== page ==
appointing authority then, dismissal or removal by such authority is valid.[6]

2.      Clause (2) of Article 311
provides the procedural essentials to be followed before dismissing, removing
or reducing in rank. Article 311(2) mandates the compliance of the
Principles of Natural Justice. A civil servant cannot be punished without: (a)
holding an enquiry; and (b) informing the civil servant about the charges
against him; and (c) giving him a reasonable opportunity of being heard in
respect of those charges.
to the Safeguards Provided Under Article 311:
provision to Article 311 (2) provides for certain circumstances in
which the procedure envisaged in the substantive part of the clause need not be
followed. These are as follows:
(a)    Conviction on
Criminal Charge:
The Supreme Court has emphasised under Art. 311(2)(a), the
disciplinary authority is to regard the conviction of the concerned civil
servant as sufficient proof of misconduct on his part. The authority is to
decide whether conviction demands the imposition of any penalty and, if so,
what penalty. For this purpose, the authority has to take into consideration
the judgement of the criminal court, the entire conduct of the civil servant,
the gravity of the offense, the impact of the offence on the administration,
whether the offence was of a technical or trivial nature, and extenuating
circumstances if any.
(b)   Impracticability: This clause applies
only when the conduct of government servant is such as he deserves the
punishment of dismissal, removal or reduction in rank. Before denying
government servant his constitutional right to an inquiry, the paramount
consideration is whether the conduct of the government is such as justifies the
penalty of dismissal, removal or reduction in rank.
In Union
of India v Tulsiram Patel
Supreme Court explaining the scope of the clause has said
“whether it was
practicable to hold the inquiry or not must be judged in the context of whether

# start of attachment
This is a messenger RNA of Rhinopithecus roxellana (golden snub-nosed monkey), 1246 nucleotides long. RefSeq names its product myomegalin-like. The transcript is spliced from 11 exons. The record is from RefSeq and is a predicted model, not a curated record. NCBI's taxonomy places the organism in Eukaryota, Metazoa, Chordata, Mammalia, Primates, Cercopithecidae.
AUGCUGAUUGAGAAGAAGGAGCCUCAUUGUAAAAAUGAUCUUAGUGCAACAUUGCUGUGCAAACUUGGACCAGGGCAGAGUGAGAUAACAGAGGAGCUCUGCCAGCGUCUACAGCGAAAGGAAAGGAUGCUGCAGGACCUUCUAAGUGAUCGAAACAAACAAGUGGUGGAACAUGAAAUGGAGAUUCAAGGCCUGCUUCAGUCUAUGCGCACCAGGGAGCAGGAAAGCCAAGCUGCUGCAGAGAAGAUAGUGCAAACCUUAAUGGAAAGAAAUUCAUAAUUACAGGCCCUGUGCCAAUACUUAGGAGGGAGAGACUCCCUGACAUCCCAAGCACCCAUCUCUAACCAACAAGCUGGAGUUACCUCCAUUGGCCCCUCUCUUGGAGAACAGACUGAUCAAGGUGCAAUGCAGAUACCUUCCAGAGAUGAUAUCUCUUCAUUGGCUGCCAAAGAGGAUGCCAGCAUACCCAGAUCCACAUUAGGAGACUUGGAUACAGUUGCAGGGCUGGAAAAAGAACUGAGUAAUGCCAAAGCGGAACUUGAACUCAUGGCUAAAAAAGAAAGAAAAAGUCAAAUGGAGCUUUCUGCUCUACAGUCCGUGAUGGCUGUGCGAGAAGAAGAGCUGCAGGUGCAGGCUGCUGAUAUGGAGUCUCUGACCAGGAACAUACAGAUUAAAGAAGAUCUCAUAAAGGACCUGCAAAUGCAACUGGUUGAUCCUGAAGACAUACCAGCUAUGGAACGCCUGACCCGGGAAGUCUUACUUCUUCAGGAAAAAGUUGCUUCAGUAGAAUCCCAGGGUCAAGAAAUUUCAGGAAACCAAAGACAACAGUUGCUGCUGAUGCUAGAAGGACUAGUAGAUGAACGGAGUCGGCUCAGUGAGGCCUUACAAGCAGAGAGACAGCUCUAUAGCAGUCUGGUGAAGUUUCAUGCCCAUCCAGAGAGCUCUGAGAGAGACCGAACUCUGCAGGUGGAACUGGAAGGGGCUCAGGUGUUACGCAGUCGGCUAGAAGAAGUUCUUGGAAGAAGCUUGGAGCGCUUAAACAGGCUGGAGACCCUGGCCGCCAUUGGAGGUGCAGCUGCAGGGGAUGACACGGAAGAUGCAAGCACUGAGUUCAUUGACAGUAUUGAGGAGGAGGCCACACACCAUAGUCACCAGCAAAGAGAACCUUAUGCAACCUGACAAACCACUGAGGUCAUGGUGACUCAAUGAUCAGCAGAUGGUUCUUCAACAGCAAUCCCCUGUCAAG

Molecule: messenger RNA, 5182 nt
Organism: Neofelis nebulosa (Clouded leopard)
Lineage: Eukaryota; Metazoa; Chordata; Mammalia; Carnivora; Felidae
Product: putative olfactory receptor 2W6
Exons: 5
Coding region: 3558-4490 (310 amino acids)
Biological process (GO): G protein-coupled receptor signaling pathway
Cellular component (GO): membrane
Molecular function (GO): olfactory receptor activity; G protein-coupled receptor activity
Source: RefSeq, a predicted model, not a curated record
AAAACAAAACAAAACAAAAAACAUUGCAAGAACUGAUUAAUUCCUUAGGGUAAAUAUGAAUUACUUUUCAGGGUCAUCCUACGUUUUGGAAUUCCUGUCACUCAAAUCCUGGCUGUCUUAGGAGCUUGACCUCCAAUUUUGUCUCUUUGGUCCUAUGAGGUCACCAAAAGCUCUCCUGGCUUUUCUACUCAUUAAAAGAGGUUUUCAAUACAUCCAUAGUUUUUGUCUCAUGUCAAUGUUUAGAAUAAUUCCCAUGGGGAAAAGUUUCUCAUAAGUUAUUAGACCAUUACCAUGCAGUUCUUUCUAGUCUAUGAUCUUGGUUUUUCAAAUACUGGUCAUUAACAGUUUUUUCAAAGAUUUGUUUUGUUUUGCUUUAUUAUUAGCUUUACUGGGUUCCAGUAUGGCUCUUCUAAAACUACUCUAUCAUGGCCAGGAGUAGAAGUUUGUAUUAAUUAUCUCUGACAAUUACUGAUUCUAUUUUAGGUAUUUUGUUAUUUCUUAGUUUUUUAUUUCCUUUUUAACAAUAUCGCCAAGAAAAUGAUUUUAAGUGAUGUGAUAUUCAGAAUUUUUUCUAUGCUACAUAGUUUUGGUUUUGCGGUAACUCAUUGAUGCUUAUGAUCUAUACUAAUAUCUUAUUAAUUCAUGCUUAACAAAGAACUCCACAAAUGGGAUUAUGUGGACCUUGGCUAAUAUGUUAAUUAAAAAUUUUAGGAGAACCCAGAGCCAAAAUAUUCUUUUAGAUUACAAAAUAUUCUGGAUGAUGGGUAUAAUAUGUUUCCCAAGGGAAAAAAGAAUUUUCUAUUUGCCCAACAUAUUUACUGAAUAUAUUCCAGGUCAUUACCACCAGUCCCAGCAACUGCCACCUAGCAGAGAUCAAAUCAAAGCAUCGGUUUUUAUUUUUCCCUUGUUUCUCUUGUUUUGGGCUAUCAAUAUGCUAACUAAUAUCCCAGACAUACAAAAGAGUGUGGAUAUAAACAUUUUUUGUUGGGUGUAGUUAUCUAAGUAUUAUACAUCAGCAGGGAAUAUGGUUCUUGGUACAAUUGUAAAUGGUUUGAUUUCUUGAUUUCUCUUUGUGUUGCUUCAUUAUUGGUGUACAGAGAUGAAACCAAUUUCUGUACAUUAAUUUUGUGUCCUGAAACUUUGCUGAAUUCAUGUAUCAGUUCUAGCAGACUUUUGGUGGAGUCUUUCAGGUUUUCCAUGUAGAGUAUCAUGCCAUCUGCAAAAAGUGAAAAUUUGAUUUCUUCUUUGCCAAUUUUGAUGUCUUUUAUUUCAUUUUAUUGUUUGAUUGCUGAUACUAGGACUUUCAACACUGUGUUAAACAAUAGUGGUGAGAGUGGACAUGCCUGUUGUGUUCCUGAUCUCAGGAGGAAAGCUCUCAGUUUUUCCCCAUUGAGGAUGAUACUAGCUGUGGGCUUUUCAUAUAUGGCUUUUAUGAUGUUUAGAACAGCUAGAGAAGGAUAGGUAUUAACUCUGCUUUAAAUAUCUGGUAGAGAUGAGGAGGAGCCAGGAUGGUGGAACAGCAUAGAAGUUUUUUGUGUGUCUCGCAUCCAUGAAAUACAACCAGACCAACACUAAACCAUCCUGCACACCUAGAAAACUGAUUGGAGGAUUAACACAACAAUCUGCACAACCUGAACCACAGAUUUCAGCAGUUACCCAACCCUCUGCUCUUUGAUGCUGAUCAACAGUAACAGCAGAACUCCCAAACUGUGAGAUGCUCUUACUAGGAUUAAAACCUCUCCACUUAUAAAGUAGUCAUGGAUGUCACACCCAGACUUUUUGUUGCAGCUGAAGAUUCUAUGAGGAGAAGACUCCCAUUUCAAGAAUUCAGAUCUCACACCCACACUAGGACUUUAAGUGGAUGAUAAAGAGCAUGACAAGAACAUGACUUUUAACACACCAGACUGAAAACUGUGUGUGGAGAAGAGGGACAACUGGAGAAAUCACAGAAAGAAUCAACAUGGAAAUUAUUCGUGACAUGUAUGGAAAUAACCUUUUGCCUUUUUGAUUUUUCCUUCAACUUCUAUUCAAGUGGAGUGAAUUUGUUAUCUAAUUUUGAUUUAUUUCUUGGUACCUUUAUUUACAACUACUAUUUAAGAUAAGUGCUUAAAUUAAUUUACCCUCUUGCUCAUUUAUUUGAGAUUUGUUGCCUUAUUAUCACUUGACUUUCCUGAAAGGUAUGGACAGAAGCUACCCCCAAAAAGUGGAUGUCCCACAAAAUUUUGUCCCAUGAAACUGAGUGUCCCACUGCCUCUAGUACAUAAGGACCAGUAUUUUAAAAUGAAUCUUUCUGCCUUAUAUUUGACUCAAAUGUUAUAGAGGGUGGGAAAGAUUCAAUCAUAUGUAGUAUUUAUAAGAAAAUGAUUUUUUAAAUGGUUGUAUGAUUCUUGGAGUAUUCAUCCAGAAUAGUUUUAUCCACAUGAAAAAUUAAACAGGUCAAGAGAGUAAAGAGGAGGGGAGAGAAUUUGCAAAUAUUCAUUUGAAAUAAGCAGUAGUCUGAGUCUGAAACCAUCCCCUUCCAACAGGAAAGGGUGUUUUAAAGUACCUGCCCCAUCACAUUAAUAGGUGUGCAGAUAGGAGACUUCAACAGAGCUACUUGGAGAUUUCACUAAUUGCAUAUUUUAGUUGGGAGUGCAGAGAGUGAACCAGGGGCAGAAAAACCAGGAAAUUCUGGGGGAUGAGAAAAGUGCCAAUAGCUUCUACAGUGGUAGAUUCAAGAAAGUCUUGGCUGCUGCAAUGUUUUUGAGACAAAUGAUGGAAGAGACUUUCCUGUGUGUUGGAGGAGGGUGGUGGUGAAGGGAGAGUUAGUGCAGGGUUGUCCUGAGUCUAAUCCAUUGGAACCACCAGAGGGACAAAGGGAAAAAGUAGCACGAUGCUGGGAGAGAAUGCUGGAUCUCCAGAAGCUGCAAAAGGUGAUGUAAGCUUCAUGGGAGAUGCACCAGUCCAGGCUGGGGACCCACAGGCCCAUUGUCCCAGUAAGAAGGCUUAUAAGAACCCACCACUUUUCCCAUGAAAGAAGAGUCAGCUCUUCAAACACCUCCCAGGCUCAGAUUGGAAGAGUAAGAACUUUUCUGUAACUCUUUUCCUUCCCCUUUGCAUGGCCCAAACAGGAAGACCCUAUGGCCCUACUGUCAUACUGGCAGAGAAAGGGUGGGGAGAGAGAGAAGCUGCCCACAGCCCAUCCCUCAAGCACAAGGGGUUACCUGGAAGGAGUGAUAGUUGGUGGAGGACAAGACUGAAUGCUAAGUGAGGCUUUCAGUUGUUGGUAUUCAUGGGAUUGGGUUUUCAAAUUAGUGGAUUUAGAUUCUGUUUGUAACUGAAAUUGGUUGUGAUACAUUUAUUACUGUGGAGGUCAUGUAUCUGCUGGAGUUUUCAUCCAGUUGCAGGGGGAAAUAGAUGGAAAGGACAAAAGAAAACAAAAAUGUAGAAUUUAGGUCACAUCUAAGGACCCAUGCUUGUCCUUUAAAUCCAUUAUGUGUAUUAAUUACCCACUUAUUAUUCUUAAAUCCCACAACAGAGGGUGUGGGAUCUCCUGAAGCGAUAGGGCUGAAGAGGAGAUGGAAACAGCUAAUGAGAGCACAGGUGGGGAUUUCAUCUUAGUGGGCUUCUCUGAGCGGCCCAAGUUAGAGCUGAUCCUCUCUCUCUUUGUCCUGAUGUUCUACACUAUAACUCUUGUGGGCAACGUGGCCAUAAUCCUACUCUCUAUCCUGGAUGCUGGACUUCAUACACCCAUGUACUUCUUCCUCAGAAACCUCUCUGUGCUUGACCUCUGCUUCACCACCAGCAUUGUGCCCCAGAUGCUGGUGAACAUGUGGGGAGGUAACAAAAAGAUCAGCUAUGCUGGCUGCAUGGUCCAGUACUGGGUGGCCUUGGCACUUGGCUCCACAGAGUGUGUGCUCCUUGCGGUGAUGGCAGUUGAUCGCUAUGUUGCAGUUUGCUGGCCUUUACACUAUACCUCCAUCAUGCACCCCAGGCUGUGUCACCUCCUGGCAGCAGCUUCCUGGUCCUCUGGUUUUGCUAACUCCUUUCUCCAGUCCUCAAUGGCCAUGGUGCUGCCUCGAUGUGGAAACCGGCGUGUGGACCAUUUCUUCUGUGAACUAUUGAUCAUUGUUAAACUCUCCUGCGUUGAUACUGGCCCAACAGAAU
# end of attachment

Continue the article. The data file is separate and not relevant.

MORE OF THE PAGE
it was reasonably practicable to do so. It is not a total or absolute
impracticability which is required by cl. (b). What is requisite is that
holding of the inquiry is not practicable in the opinion of a reasonable man
taking a reasonable view of the prevailing situation.”
The Supreme Court further held that the reasonable
practicability of holding an inquiry is a matter of assessment to be made by
the disciplinary as he is the best judge of the situation.

(c) Reasons
of Security
: The satisfaction has to be that of the President or the
Governor as the case may be. The satisfaction must be with respect to the
expediency or inexpediency of holding an inquiry in the interest of the
security of the State. In Tulsiram Patel case the Supreme
Court has clarified that the question is not whether the security of the State
has been affected or not, for the expression cl(c) is “in the interest of the
security of State”. The interest of security of State may be affected by actual
act, or even the likelihood of such acts taking place. So the Court has
“What is required under
cl.(c) is not the satisfaction of the President or the Governor, that interest
of the security of the State is or will be affected but his satisfaction in the
interest of security of State, it is not expedient to hold an inquiry as
contemplated by Article 311(2)”.
Thus it is
obvious that the discrepancies of corruption creeping into civil services were
apprehended by the makers of the Constitution. It can be said that
the Constitution makers then at that time had known about the
discrepancies like corruption to creep into the civil services, so they did not
grant immunity from summary dismissal to dishonest or corrupt government
servants. Also at the same time the judiciary with its limited judicial review
and has ensured that the power to dismiss has not been misused by the
authority. With many cases coming into light and also the ones discussed
above in relation to corruption among the government officials and the cases of
many government officials being linked with anti-social elements
the Article 310 and 311 of the Indian Constitution envisaged in
the Part XIV provides a means of check and balance so that the government
officials do not make a  mockery of Law.

[1] Article 311of the
Constitution of India
[2] Dr. J. J. R.
Upadhyaya, Administrative Law,
 498 ( Central Law Agency Publications, 9th  ed., 2012)
[3] AIR 1970 SC 1150
[4] AIR 1967 SC 884
[5] AIR 1958 SC 36
[6] Mahesh v. Uttar Pradesh, AIR 1955 SC 70
[7] AIR 1985 SC 1416